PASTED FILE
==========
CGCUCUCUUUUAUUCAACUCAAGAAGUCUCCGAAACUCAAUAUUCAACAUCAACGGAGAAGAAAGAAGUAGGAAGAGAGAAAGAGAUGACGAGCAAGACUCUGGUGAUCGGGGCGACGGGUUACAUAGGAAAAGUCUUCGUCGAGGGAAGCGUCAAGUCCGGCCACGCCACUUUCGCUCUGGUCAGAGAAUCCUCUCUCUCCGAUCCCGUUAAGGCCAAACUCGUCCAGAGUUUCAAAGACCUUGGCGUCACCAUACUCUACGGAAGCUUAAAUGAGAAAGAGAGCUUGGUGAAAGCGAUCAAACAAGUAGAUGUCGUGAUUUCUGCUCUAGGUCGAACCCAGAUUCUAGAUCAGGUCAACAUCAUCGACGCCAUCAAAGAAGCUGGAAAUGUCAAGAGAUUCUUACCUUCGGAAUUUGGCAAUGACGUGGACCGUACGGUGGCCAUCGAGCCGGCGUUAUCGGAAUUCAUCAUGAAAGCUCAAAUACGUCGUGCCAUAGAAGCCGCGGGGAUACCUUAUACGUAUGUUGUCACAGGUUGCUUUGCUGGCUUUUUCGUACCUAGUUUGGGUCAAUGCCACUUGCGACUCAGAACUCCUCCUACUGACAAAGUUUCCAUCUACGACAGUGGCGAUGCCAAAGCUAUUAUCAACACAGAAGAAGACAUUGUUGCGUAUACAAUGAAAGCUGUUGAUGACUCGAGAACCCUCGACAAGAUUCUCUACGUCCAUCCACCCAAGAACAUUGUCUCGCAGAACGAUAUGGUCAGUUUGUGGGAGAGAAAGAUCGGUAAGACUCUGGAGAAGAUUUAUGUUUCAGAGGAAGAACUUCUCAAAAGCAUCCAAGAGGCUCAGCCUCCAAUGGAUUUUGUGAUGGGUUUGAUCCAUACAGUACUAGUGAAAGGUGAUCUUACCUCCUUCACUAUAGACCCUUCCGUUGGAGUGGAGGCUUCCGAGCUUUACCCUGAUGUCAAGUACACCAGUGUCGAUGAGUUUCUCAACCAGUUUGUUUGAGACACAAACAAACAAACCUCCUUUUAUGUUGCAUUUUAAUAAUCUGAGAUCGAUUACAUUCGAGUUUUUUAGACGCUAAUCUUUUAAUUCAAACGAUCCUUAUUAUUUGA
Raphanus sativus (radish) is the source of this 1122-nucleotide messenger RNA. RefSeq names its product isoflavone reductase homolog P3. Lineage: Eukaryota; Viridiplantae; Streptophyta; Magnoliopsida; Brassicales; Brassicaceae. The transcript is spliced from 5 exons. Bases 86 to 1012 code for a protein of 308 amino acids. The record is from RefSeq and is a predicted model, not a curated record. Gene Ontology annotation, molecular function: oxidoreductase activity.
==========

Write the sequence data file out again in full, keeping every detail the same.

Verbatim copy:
CGCUCUCUUUUAUUCAACUCAAGAAGUCUCCGAAACUCAAUAUUCAACAUCAACGGAGAAGAAAGAAGUAGGAAGAGAGAAAGAGAUGACGAGCAAGACUCUGGUGAUCGGGGCGACGGGUUACAUAGGAAAAGUCUUCGUCGAGGGAAGCGUCAAGUCCGGCCACGCCACUUUCGCUCUGGUCAGAGAAUCCUCUCUCUCCGAUCCCGUUAAGGCCAAACUCGUCCAGAGUUUCAAAGACCUUGGCGUCACCAUACUCUACGGAAGCUUAAAUGAGAAAGAGAGCUUGGUGAAAGCGAUCAAACAAGUAGAUGUCGUGAUUUCUGCUCUAGGUCGAACCCAGAUUCUAGAUCAGGUCAACAUCAUCGACGCCAUCAAAGAAGCUGGAAAUGUCAAGAGAUUCUUACCUUCGGAAUUUGGCAAUGACGUGGACCGUACGGUGGCCAUCGAGCCGGCGUUAUCGGAAUUCAUCAUGAAAGCUCAAAUACGUCGUGCCAUAGAAGCCGCGGGGAUACCUUAUACGUAUGUUGUCACAGGUUGCUUUGCUGGCUUUUUCGUACCUAGUUUGGGUCAAUGCCACUUGCGACUCAGAACUCCUCCUACUGACAAAGUUUCCAUCUACGACAGUGGCGAUGCCAAAGCUAUUAUCAACACAGAAGAAGACAUUGUUGCGUAUACAAUGAAAGCUGUUGAUGACUCGAGAACCCUCGACAAGAUUCUCUACGUCCAUCCACCCAAGAACAUUGUCUCGCAGAACGAUAUGGUCAGUUUGUGGGAGAGAAAGAUCGGUAAGACUCUGGAGAAGAUUUAUGUUUCAGAGGAAGAACUUCUCAAAAGCAUCCAAGAGGCUCAGCCUCCAAUGGAUUUUGUGAUGGGUUUGAUCCAUACAGUACUAGUGAAAGGUGAUCUUACCUCCUUCACUAUAGACCCUUCCGUUGGAGUGGAGGCUUCCGAGCUUUACCCUGAUGUCAAGUACACCAGUGUCGAUGAGUUUCUCAACCAGUUUGUUUGAGACACAAACAAACAAACCUCCUUUUAUGUUGCAUUUUAAUAAUCUGAGAUCGAUUACAUUCGAGUUUUUUAGACGCUAAUCUUUUAAUUCAAACGAUCCUUAUUAUUUGA
Raphanus sativus (radish) is the source of this 1122-nucleotide messenger RNA. RefSeq names its product isoflavone reductase homolog P3. Lineage: Eukaryota; Viridiplantae; Streptophyta; Magnoliopsida; Brassicales; Brassicaceae. The transcript is spliced from 5 exons. Bases 86 to 1012 code for a protein of 308 amino acids. The record is from RefSeq and is a predicted model, not a curated record. Gene Ontology annotation, molecular function: oxidoreductase activity.